The night before the Macy's thanksgiving Day parade is the tradition of the infamous balloon inflation.
For decades, people have gathered on the night before the infamous Macy’s Thanksgiving Day Parade to watch the massive, well known character balloons get inflated.
The process is rather slow as it takes awhile before the helium turns the flat balloons into the whimsical characters we all know.
The line of balloons takes up two blocks. Sandbags and nets help to stabilize the inflatables, so they don’t escape during the night. The steps leading up to the actual inflation is quite complex.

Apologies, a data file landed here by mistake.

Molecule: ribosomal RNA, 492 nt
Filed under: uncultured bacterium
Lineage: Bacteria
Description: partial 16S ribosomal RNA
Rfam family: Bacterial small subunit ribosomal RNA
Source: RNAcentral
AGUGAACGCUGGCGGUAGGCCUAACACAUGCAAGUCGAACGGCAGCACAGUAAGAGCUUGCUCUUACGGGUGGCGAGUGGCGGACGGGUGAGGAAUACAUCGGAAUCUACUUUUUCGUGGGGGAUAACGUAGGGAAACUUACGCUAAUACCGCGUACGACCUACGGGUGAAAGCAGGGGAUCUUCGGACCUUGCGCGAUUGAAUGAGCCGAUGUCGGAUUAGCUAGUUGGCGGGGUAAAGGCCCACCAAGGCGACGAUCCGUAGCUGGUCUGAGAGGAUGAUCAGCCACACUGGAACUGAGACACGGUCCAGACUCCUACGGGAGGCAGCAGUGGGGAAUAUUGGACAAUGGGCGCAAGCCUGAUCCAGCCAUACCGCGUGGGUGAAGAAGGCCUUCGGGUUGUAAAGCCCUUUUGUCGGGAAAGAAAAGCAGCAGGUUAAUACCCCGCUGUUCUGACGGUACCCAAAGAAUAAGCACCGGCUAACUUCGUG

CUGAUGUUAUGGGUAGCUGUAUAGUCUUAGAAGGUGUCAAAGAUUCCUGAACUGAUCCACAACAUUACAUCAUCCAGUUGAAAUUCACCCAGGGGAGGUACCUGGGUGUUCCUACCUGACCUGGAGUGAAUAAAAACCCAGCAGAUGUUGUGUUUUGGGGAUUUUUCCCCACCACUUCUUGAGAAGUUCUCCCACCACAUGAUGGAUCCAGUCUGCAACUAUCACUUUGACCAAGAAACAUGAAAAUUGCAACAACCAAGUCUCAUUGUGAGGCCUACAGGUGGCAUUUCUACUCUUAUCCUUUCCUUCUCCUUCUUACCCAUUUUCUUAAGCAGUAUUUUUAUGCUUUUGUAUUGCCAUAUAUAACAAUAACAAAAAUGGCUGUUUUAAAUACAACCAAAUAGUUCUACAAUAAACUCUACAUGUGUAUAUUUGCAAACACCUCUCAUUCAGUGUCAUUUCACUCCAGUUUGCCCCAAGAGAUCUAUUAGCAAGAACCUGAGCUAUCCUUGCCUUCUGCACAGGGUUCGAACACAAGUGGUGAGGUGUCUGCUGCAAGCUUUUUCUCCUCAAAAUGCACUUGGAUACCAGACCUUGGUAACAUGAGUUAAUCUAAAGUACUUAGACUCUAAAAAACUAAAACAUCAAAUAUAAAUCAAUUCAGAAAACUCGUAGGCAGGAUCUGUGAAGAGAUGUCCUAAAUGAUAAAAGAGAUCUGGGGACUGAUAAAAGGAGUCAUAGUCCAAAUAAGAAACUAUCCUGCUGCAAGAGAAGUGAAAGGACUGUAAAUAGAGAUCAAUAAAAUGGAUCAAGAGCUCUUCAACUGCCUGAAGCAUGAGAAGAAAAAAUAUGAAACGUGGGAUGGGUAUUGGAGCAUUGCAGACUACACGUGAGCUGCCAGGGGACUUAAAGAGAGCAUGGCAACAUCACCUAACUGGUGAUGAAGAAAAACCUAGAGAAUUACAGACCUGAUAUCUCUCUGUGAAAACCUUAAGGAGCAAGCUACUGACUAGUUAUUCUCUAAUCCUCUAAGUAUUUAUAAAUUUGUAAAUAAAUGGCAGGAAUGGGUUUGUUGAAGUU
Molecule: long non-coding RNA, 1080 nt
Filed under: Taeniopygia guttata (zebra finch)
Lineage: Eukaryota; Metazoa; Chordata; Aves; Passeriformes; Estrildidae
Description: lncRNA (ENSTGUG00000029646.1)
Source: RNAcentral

A sketch is created and submitted for approval to engineers and character creators. Once makers receive a go-ahead, they create a clay model as a scaled replica.
Then a second model is painted to be directly copied onto the big balloon. Polyurethane pieces are cut and hot sealed and molded to form the character’s shape.
The Thanksgiving Day Parade itself has an interesting history behind it. During World War II, the parade did not take place from 1942-1944 and rubber from deflated balloons was donated to war effort.
In the early years, horses pulled the floats and live animals from the Central Park Zoo, such as bears, lions, and tigers were part of the parade.